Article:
This way of thinking is a direct threat to ideology. Indeed, perhaps the ultimate expression of hedgehog-thinking is totalitarian and fundamentalist, which explains why the regimes in China and Iran are so terrified of the internet. The hedgehogs rightly fear the foxes.

For both better and worse, fox-thinking is dominant. At its worst, it means shorter attention spans, shallower memories, fragmented, unsustained argument, the undermining of intellectual property rights and a tendency to mistake anecdote for fact. At its best, the internet represents an intellectual revolution, fostering free collaboration as never before, with dramatically improved access to boundless information, the great store of the world’s knowledge just a few keystrokes and clicks away.

The nimble internet fox is both an extraordinary time-saver, nipping from one place to another on instant mind-journeys that would once have taken years. But he is also a prodigious time-waster, wandering down distracting avenues of celebrity gossip, pornography, invective and the minutiae of other peoples’ lives.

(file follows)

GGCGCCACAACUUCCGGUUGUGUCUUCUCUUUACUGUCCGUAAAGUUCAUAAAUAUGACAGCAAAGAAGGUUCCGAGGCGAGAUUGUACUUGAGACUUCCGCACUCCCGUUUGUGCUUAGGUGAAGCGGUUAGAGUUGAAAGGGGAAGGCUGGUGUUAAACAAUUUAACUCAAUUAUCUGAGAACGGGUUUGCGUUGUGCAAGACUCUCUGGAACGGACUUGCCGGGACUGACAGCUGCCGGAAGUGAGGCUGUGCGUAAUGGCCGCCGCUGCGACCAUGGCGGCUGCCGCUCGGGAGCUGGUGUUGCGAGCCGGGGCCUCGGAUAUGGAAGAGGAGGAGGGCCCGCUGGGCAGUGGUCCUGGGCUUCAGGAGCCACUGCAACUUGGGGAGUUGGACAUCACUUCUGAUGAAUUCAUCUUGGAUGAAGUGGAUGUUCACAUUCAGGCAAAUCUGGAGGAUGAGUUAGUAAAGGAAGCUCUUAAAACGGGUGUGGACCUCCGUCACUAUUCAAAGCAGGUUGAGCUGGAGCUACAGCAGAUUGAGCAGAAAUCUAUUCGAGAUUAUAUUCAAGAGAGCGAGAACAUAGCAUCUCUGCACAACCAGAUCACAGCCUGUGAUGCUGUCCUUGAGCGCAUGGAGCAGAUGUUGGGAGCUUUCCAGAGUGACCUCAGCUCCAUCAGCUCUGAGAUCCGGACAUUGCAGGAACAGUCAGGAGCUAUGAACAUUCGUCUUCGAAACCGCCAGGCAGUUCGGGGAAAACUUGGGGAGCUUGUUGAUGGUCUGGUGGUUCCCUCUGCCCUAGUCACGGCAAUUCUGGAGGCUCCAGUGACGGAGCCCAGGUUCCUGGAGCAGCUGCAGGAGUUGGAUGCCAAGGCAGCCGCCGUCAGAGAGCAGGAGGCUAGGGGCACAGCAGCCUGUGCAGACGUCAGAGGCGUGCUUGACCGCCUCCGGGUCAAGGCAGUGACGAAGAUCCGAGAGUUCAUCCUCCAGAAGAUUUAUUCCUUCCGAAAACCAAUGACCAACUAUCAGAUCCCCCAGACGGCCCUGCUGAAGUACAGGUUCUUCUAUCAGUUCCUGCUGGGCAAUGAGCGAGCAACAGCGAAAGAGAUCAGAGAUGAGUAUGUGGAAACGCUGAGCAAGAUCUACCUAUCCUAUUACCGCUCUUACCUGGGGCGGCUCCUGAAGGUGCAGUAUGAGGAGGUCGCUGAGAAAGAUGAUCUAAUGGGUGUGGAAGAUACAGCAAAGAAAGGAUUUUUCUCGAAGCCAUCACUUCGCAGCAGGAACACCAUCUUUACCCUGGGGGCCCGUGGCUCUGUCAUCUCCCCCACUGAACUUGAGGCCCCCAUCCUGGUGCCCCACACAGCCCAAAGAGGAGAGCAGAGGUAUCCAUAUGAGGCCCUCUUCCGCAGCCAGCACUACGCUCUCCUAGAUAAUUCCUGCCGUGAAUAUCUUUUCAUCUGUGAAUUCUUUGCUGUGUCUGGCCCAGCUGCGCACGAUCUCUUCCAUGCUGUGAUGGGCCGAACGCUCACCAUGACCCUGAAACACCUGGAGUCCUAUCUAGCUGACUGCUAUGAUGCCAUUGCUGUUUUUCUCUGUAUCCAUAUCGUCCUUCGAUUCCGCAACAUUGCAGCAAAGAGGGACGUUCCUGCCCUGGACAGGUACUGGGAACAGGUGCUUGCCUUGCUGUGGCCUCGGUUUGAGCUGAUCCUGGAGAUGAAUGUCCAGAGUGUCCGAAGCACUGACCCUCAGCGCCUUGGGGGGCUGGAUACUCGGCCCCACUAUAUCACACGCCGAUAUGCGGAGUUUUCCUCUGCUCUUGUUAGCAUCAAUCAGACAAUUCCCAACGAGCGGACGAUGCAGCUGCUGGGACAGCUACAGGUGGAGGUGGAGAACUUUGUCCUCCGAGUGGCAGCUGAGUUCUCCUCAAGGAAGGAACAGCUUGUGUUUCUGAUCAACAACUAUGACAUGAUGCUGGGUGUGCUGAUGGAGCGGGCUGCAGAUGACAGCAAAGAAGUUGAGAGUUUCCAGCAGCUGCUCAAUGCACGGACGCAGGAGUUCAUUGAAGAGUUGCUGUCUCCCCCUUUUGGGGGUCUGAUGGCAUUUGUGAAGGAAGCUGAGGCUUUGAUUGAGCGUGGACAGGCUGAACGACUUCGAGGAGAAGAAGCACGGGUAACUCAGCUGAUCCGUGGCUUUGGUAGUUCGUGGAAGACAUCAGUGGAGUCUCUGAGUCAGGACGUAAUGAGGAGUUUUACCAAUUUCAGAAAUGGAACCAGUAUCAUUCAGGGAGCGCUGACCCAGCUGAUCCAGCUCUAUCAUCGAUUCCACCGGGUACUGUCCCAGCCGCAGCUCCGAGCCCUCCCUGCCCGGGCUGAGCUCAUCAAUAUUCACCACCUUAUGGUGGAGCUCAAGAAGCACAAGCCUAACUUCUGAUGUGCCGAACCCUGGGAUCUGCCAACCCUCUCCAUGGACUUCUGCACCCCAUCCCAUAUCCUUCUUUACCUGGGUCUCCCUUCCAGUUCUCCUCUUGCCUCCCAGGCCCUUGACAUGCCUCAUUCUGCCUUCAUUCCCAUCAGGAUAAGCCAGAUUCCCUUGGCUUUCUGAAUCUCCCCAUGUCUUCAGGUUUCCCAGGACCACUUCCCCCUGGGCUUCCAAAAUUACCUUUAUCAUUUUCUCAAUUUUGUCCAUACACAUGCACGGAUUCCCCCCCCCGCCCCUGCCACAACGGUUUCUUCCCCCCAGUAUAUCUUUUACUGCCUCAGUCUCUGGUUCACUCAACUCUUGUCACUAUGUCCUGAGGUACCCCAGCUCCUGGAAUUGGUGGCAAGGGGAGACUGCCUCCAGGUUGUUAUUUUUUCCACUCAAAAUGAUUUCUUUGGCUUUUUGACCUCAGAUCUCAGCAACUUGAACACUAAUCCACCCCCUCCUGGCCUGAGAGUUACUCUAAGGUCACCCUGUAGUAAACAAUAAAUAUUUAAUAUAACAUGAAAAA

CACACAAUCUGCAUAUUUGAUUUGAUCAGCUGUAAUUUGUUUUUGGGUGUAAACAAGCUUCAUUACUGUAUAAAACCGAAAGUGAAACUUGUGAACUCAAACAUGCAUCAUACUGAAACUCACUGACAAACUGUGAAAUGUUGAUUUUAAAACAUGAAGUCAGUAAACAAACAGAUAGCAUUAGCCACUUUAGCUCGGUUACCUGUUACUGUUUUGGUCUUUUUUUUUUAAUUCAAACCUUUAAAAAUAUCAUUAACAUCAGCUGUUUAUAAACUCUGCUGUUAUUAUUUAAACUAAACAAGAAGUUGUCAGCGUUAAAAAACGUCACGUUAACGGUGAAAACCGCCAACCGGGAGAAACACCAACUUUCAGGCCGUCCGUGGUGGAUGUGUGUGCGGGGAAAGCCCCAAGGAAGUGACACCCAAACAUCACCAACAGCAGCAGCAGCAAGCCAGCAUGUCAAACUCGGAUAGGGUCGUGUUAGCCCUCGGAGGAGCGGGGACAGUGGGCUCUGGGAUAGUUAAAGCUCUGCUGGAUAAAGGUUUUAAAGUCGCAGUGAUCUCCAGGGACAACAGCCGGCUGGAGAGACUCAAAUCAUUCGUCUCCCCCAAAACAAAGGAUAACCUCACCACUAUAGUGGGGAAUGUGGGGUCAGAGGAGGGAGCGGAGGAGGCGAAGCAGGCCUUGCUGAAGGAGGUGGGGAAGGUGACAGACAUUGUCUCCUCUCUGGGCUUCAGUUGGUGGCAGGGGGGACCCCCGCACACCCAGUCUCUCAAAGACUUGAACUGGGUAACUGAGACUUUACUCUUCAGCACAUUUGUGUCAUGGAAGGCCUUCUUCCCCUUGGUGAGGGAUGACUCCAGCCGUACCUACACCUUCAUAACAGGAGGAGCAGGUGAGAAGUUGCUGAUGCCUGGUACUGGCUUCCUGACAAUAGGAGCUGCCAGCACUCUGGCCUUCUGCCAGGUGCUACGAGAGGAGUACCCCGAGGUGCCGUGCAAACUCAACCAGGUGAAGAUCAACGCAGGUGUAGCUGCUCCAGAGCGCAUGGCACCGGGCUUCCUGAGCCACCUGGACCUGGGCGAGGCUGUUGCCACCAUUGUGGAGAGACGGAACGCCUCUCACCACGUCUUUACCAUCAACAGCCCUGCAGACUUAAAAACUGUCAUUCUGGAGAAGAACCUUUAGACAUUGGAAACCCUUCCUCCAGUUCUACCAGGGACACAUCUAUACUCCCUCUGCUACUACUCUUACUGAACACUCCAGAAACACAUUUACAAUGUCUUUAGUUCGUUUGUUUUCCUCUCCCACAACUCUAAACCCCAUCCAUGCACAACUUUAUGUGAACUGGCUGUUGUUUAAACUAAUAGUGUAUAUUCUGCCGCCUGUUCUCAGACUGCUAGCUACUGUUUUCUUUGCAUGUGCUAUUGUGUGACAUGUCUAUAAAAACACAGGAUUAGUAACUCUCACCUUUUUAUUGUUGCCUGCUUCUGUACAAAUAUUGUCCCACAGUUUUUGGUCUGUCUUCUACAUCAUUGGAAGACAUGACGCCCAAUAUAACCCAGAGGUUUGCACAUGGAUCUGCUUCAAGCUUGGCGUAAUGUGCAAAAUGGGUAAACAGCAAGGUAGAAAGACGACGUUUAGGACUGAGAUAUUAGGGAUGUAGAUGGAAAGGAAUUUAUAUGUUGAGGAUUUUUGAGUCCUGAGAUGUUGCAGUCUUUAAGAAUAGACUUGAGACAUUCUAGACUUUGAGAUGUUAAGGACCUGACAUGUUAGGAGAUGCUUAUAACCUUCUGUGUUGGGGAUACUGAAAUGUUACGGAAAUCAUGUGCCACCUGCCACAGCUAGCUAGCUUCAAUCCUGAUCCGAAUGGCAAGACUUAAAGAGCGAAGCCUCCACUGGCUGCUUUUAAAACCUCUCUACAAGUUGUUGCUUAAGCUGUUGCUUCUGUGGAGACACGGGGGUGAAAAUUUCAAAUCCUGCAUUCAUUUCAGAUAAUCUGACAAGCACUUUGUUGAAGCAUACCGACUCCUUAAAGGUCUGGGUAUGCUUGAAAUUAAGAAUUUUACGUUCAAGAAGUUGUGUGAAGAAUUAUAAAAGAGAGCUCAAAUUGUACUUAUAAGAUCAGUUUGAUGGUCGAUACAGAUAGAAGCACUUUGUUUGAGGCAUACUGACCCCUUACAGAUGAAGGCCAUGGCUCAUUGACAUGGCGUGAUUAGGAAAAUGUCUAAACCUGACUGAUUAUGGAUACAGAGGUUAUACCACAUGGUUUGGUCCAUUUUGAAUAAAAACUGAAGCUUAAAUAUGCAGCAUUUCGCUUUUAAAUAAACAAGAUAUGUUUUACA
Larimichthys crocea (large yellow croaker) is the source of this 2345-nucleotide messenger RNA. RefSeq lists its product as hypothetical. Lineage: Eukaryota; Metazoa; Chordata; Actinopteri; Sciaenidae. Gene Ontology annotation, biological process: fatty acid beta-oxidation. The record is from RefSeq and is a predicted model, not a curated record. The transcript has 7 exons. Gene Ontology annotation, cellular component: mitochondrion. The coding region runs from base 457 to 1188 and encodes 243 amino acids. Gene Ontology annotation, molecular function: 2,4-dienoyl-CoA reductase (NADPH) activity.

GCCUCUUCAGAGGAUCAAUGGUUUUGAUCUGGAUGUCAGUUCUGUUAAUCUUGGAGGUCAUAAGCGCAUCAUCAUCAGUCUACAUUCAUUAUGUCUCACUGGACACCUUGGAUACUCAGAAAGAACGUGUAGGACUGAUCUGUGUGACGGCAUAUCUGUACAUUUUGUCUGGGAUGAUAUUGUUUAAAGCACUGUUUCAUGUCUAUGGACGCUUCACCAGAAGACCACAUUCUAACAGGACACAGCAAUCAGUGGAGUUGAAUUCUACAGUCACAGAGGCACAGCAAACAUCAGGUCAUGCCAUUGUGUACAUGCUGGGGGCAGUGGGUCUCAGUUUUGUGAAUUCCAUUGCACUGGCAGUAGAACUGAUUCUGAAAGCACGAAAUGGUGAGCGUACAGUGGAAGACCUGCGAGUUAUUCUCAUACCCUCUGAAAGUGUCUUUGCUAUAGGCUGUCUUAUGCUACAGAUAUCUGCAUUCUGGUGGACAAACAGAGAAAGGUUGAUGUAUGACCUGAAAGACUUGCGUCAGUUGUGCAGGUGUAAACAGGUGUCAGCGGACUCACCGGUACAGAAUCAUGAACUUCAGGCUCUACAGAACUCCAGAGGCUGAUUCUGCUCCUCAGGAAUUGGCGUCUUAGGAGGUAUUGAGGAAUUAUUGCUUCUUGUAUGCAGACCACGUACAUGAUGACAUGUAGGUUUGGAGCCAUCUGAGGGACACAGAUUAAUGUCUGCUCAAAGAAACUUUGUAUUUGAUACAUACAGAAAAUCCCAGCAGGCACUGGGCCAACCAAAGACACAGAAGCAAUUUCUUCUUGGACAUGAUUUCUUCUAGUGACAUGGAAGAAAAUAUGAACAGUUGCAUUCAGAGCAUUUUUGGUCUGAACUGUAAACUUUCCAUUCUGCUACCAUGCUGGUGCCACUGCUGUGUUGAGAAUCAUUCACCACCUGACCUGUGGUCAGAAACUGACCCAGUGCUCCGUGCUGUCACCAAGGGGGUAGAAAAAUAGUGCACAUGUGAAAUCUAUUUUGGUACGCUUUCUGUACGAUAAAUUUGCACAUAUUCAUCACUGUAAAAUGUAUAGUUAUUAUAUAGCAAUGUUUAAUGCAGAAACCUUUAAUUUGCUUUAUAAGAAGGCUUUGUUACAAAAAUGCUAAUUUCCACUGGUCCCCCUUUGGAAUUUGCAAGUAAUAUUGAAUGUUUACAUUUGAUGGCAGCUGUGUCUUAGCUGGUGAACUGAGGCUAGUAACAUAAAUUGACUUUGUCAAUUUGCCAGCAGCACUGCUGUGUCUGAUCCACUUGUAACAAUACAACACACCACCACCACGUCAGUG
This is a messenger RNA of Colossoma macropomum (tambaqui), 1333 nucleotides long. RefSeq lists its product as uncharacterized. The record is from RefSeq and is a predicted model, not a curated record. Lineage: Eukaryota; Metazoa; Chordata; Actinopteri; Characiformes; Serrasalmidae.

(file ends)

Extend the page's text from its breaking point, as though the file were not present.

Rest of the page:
Reading the web usefully requires a new form of literacy, the ability to sift from the abundance of information what is helpful from what is pointless or merely distracting. Many feel overloaded by the onslaught of information: too many websites, too many messages, a deafening chorus of tweets and texts. Internet thinking is not just about browsing and gathering, but choosing and rejecting. The internet fox knows many things, but while hungrily snarfing up titbits from every corner, he must also know what is indigestible, what is nourishing and what is poisonous.

I’m only half-convinced by this. It’s true that an intellectual revolution has taken place. It’s true that we have to develop these skills of scanning, sifting and sorting. But the paradoxical effect of this information overload is that our core beliefs can remain unchallenged. The mind darts around the web but finds it much harder to settle down and engage deeply – as you have to do when you read a book or enter into a conversation. So the hedgehog that forms our identity can remain untouched. The infinite freedom of the internet makes it a place where it is very easy to reinforce one’s prejudices. Perhaps we are hedgehogs in foxes’ clothing.